It’s impossible to gauge strategic intelligence from a simple test (unlike IQ, which is quantifiable), but the following statement summarize the elements of strategic intelligence. Ask yourself how well the statements describe you. Be sure you come up with specific examples and scenarios that support your answers. It doesn’t matter if you’re not in a position at your workplace to make policy changes or shape corporate strategy; you should work on your strategic intelligence and develop it, no matter what rule your play at your company. Strategic intelligence can strengthen you in any position, in any career. For example, an element of Nokia’s success is that people at all levels are encouraged to think about the future and partner within and outside the company.
The statements are specially useful for investors and board members who need to evaluate a visionary entrepreneur; before interviewing or deciding upon a potential manager or executive, try to frame these statement in terms of your company and particular field. Can your candidate affirms them? Can he gives examples for his previous experience or come up with scenarios for your business?
I scan the business environment for trends that resent threats and opportunities for me and my organization.
I listen to my gut or intuition about the future.
I seek out and listen to people whose knowledge helps me foresee future trends.
I have a deep knowledge of my business.
I construct scenarios possible futures and think about how I would deal with each scenario.
I evaluate parts of the organization and its systems in terms of how well they further the overall purpose.
I manage the interactions among different parts of the organization.
When I have problem, I look for all the factors influencing it before I try to solve it.
When I have a list of things to do, I try to understand how each action will impact the others before I act.
When my theories don’t, I question my assumptions.
I think of my own well-being as an interaction of my physical, mental, and spiritual selves and I work on all three.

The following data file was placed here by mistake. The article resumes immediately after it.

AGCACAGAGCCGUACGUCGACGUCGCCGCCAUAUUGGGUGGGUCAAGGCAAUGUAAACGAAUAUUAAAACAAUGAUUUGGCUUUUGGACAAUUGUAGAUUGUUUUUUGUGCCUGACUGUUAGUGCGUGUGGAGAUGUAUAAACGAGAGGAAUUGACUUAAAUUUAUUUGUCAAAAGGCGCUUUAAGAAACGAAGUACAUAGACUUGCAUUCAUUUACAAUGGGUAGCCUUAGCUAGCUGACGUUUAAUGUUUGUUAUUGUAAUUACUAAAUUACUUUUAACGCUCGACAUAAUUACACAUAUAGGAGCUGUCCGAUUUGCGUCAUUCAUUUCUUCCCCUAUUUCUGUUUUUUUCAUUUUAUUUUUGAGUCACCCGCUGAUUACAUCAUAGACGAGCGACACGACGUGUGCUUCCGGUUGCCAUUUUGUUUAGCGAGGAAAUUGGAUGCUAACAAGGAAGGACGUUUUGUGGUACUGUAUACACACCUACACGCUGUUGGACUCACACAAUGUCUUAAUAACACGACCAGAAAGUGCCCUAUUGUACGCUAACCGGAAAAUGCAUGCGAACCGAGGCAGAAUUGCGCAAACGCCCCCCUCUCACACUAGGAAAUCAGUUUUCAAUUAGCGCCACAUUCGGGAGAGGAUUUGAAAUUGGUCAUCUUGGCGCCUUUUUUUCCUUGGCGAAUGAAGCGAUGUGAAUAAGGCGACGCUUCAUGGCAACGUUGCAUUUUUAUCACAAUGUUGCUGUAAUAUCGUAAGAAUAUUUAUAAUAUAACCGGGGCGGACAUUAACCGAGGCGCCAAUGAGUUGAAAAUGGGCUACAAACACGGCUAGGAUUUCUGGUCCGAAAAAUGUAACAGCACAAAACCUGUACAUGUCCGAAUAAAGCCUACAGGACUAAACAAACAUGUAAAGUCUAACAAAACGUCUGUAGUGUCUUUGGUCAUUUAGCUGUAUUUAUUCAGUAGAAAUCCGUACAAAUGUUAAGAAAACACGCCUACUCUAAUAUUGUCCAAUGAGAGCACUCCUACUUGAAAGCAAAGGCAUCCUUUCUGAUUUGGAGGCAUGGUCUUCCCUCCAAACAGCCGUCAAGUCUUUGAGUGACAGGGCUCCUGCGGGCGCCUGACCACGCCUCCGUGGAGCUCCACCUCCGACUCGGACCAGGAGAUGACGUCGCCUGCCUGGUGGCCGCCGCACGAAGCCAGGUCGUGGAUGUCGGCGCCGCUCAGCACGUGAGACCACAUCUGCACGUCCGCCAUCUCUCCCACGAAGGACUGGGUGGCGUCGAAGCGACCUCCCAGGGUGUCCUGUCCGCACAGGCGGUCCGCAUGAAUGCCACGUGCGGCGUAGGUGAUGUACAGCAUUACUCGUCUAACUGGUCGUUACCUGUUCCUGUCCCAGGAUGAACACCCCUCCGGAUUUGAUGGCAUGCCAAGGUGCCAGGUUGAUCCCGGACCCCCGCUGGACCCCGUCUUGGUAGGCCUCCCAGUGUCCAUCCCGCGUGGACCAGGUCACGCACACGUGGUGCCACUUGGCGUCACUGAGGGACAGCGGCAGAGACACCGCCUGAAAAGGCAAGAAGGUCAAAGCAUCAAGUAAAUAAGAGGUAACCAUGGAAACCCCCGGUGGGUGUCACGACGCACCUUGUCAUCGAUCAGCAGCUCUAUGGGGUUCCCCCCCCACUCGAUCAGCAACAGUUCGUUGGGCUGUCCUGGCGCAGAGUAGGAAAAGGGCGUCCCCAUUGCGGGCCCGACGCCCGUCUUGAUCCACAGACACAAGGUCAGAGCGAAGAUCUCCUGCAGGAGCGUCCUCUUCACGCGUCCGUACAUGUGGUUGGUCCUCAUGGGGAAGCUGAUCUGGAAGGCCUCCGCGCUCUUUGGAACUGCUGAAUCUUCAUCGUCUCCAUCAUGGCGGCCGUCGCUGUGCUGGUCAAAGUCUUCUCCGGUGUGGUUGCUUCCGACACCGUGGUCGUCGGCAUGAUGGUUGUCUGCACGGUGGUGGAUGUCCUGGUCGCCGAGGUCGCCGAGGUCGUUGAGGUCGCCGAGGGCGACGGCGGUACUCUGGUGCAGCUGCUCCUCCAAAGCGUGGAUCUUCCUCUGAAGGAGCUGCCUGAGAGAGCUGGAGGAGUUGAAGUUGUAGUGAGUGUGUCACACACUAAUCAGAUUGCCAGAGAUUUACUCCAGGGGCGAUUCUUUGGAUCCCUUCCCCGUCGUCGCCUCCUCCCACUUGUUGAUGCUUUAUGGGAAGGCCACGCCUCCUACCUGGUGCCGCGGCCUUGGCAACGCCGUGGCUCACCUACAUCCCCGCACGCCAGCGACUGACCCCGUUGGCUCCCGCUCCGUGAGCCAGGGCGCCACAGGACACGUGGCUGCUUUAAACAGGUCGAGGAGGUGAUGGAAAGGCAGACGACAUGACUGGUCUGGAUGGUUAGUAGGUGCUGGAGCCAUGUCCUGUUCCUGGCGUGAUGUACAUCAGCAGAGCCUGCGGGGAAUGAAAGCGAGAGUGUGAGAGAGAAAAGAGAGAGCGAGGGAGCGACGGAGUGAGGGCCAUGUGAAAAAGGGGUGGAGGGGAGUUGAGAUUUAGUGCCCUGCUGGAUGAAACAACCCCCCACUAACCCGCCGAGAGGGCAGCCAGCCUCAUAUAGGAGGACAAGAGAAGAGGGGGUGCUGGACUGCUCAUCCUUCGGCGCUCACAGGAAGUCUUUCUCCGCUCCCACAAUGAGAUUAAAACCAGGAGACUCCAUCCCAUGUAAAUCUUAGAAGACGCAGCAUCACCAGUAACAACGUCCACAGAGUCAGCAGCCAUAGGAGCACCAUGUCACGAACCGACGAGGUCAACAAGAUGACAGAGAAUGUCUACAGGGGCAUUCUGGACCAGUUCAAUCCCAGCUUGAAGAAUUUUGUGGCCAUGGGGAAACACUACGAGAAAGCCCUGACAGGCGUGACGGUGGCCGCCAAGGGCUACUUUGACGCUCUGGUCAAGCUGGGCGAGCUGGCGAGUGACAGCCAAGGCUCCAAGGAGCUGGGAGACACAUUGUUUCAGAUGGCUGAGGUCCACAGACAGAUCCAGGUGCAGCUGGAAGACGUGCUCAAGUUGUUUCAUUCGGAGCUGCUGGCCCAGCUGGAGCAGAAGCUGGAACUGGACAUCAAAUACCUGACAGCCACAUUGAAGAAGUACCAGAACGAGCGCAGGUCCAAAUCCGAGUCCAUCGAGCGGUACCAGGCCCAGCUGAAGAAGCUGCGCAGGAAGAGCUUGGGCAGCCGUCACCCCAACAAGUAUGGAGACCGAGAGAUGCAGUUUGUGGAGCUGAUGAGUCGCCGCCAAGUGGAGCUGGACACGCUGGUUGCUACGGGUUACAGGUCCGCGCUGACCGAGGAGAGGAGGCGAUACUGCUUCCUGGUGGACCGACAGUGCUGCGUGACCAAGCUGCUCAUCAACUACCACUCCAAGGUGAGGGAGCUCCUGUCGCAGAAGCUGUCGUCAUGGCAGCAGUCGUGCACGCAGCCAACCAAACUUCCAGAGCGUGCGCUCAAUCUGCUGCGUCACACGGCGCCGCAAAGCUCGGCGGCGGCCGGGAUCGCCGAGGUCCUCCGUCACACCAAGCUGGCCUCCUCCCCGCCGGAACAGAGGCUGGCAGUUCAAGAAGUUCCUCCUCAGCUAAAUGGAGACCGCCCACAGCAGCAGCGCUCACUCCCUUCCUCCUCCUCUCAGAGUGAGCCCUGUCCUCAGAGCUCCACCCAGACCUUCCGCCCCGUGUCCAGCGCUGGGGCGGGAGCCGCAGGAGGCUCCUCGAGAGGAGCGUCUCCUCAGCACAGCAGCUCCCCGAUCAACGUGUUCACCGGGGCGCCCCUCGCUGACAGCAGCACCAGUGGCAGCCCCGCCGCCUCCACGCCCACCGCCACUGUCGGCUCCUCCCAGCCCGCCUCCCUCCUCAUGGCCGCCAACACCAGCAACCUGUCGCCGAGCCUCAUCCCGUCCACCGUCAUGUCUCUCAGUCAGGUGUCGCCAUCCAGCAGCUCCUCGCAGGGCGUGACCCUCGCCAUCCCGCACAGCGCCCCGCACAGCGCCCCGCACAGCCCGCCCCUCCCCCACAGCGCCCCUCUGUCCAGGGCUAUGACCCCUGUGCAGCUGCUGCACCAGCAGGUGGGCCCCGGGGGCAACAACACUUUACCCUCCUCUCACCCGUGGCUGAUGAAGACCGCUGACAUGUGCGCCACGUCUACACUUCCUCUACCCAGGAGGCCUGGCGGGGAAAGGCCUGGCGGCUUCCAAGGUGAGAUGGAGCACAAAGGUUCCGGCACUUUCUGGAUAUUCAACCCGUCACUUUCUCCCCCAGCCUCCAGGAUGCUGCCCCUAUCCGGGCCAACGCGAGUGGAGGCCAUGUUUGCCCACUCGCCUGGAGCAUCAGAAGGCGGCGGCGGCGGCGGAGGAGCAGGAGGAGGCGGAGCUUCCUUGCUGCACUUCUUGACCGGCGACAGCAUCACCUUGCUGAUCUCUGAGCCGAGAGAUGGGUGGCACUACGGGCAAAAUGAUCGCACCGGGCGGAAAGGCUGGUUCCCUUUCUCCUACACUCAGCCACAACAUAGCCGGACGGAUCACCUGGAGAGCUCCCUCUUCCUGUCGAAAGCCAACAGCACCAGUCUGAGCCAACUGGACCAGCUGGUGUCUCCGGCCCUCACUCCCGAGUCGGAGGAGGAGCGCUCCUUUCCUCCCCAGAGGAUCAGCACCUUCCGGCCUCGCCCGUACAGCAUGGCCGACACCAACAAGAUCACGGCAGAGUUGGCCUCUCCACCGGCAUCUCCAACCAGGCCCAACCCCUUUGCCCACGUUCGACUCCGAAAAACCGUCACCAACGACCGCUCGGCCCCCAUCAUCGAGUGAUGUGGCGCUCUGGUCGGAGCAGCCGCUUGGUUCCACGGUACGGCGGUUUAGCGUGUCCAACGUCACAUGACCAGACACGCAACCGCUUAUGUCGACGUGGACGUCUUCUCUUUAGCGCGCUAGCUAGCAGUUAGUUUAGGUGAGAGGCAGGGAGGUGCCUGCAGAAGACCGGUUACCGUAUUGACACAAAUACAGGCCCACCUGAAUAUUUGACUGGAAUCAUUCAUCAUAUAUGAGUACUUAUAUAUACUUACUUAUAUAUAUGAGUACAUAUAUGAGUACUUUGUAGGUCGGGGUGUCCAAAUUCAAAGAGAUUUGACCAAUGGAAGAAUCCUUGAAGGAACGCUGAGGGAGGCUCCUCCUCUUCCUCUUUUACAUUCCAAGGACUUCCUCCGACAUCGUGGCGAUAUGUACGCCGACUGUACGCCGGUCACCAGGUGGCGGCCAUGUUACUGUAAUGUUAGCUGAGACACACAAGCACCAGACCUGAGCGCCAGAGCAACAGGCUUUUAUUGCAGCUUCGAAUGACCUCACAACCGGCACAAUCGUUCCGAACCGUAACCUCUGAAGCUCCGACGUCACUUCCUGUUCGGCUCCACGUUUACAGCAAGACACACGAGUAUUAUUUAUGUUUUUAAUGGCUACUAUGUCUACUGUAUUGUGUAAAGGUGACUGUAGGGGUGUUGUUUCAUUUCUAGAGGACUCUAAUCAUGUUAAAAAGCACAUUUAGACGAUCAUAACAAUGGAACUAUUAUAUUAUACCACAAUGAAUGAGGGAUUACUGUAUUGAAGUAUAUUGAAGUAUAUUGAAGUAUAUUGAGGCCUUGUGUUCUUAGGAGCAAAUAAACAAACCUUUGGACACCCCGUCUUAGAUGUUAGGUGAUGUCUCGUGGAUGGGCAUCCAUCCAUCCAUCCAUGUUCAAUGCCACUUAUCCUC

I can describe how my vision uniquely positions my company in the market.
I can describe how my vision will change our reputation and brand.
I can describe my vision as socioeconomic system.
My vision for the organization includes how people will interact with one another.
My vision for the organization includes the shared value essential for its implementation.
I can describe the competencies we need to implement the vision
My vision takes account of how the organization will interact with political and social forces.
I have thought out what people will have to do and what has to change to realize my vision.
I understand the values of the customers who are essential to my business.
I understand the values of the investors who are essential to my business.
I use this knowledge to shape a message that inspires people.
I engage my key managers in a dialogue about we need to think and act and why this is important.
can tell when people are only paying lip service to the vision.
I make sure the rewards given to employees reinforce the values and behavior needed to realize the vision.
I do not punish honest mistakes but use them as an opportunity for learning.
I make sure that we are hiring people with the competence and values needed to realize the vision.
I put people into jobs that are challenging.
Once I know that people are not adding value I am quick to get rid of them.
I partner with key customers.
I partner with key suppliers.
I built trust with partners by making sure we share the same goals.
I make sure that my partner will also benefit from the partnership.
I seek internal partner who are not just “yes-men”, who will tell me hard truths.
I form partnership with people who share my values.
I know what my strengths and weaknesses are and look for partners who can compliment them.
I am quick to break off ineffective partnering relationships.
By: Michael Maccoby – Narcissistic Leaders